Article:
Mexico enjoys a cultural blend which is wholly unique. It has experienced an oil-based economic miracle which has created vast modern cities and one of the fastest growing industrial powers on earth. Yet, in places, it can still feel like a forgotten Spanish colony, while more than five hundred years after the Conquest, the influence of indigenous American culture is all-pervasive. You can see different aspects of Mexico’s diversity within a space as small as a few city blocks: traditional markets, barely changed since the Conquest, thrive in the shadow of massive colonial churches and steel-and-glass skyscrapers, while teenagers skateboard to a soundtrack of rock en español past Maya women laying out their handmade wares on colourful blankets.
Occasionally the mix is an uneasy one, but for the most part it works remarkably well. The people of Mexico reflect this variety, too: there are communities of full-blooded indígenas, and there are a few – very few – Mexicans of pure Spanish descent. The great majority of the population, though, is mestizo, combining in themselves both traditions with, to a greater or lesser extent, a veneer of urban sophistication. Add in a multitude of distinct regional identities and you have a thrilling, constantly surprising place to travel.
Despite the inevitable influence of the US, looming to the north, and close links with the rest of the Spanish-speaking world (an avid audience for Mexican soap operas), the country remains resolutely individual. The music that fills the plazas in the evenings, the buildings that circle around them, even the smells emanating from a row of taco carts: they all leave you without any doubt about where you are. The strength of Mexican identity perhaps hits most clearly if you travel overland across the border with the US, as the ubiquitous Popsicle vendors suddenly appear from nowhere, and the pace of life slows perceptibly.
Many first-time visitors are surprised to find that Mexico is far from being a “developing” nation. If you’re the type of traveller who gauges the level of “adventure” in terms of squalor endured, then you may be disappointed: the country has a robust economy, a remarkably thorough and efficient internal transport system and a vibrant contemporary arts and music scene. Adventure comes instead through happening upon a village fiesta, complete with a muddy bullfight and rowdy dancing, or hopping on a rural bus, packed with farmers all carrying machetes half their height and curious about how you’ve wound up going their way.
This is not to say that Mexico is always an easy place to travel around. The power may go off, the water may not be drinkable. Occasionally it can seem that there’s incessant, inescapable noise and dirt. And although the mañana mentality is largely an outsiders’ myth, Mexico is still a country where timetables are not always to be entirely trusted, where anything that can break down will break down (when it’s most needed) and where any attempt to do things in a hurry is liable to be frustrated. You simply have to accept the local temperament: work may be necessary to live but it’s not life’s central focus, minor annoyances really are minor and there’s always something else to do in the meantime. More deeply disturbing are the extremes of ostentatious wealth and grim poverty, most poignant in the big cities, where unemployment is high and living conditions beyond crowded. But for the most part, you’ll find this is a friendly, fabulously varied and enormously enjoyable place in which to travel.Read More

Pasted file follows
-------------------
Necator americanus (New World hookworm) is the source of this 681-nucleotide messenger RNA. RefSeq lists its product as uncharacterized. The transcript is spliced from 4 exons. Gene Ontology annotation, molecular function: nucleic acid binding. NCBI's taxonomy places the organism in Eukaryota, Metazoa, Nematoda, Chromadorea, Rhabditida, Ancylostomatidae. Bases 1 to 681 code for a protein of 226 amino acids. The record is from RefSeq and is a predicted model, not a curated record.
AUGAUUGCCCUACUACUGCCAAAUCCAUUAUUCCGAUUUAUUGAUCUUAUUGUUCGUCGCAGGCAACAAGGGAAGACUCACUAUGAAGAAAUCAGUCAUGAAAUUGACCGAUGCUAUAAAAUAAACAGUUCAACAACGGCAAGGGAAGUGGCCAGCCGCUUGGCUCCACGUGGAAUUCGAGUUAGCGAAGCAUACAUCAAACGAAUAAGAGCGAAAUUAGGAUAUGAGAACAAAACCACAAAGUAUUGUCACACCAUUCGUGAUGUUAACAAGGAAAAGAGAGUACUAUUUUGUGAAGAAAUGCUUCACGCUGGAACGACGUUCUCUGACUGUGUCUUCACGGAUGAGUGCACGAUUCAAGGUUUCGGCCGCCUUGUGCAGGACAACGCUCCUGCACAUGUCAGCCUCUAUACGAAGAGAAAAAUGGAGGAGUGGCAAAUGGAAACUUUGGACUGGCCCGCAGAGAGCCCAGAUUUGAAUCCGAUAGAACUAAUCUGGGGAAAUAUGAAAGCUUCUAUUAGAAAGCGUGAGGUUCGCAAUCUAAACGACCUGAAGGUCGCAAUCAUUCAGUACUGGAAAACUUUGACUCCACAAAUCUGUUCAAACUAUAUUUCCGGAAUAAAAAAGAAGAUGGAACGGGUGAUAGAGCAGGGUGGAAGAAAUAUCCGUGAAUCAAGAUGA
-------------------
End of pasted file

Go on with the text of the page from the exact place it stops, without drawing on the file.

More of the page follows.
¿Habla usted Náhuatl?
¿Habla usted Náhuatl?
Spanish may be the language of officialdom in Mexico, but it’s not the official language. Rather it’s just one of 63 languages legally recognized in the country. These other languages range from Náhuatl, spoken by more than 1.6 million people descended from the ancient Aztecs, to Kiliwa, kept alive by about fifty people in Baja California. All told, more than ten million people speak an indigenous language – a number second only to Peru. And this isn’t even taking into account the numerous languages spoken by immigrant groups, many of whom have been in Mexico for a century or more: Old Order Mennonites converse in Plautdietsch (Low German), Lebanese families speak Arabic and the village of Chipilo, settled by Italians in 1882, has preserved an obscure Venetian dialect. You’ll have to visit remote villages to hear Rarámuri, Chuj or Paipai, but in Chiapas and the Yucatán Peninsula, radio and TV programs are broadcast in various Maya strains.
The colour and bustle of Mexico’s markets is hard to beat. Even if you’ve no intention of buying, half an hour is always well spent meandering through narrow aisles surrounded by heaps of perfectly ripe fruit and stacks of nopal cactus leaves (though stay away from the meat sections if you’re at all squeamish). In small villages, like those around Oaxaca, inhabitants still recognize one day of the week as the traditional market day, coming from miles around to sell their wares and stock up for the week ahead. The main square comes to life in the early morning, and returns to its dozy ways only when all the day’s transactions have been completed, usually in mid-afternoon. Larger villages may have two or three official market days, but the rest of the week is often so busy it seems that every day is market day. In the cities, each barrio has its own vibrant market: among the best are Guadalajara’s Libertad, Mexico City’s enormous La Merced and Oaxaca’s mercados Abastos and 20 de Noviembre. You’ll soon find that each village or city’s market has its own special character: while they primarily sell food, most will have a section devoted to local handicrafts, and in cities you’ll often find specialist artesanía markets dedicated to goods such as hammocks, tin ornaments, glassware and clothing.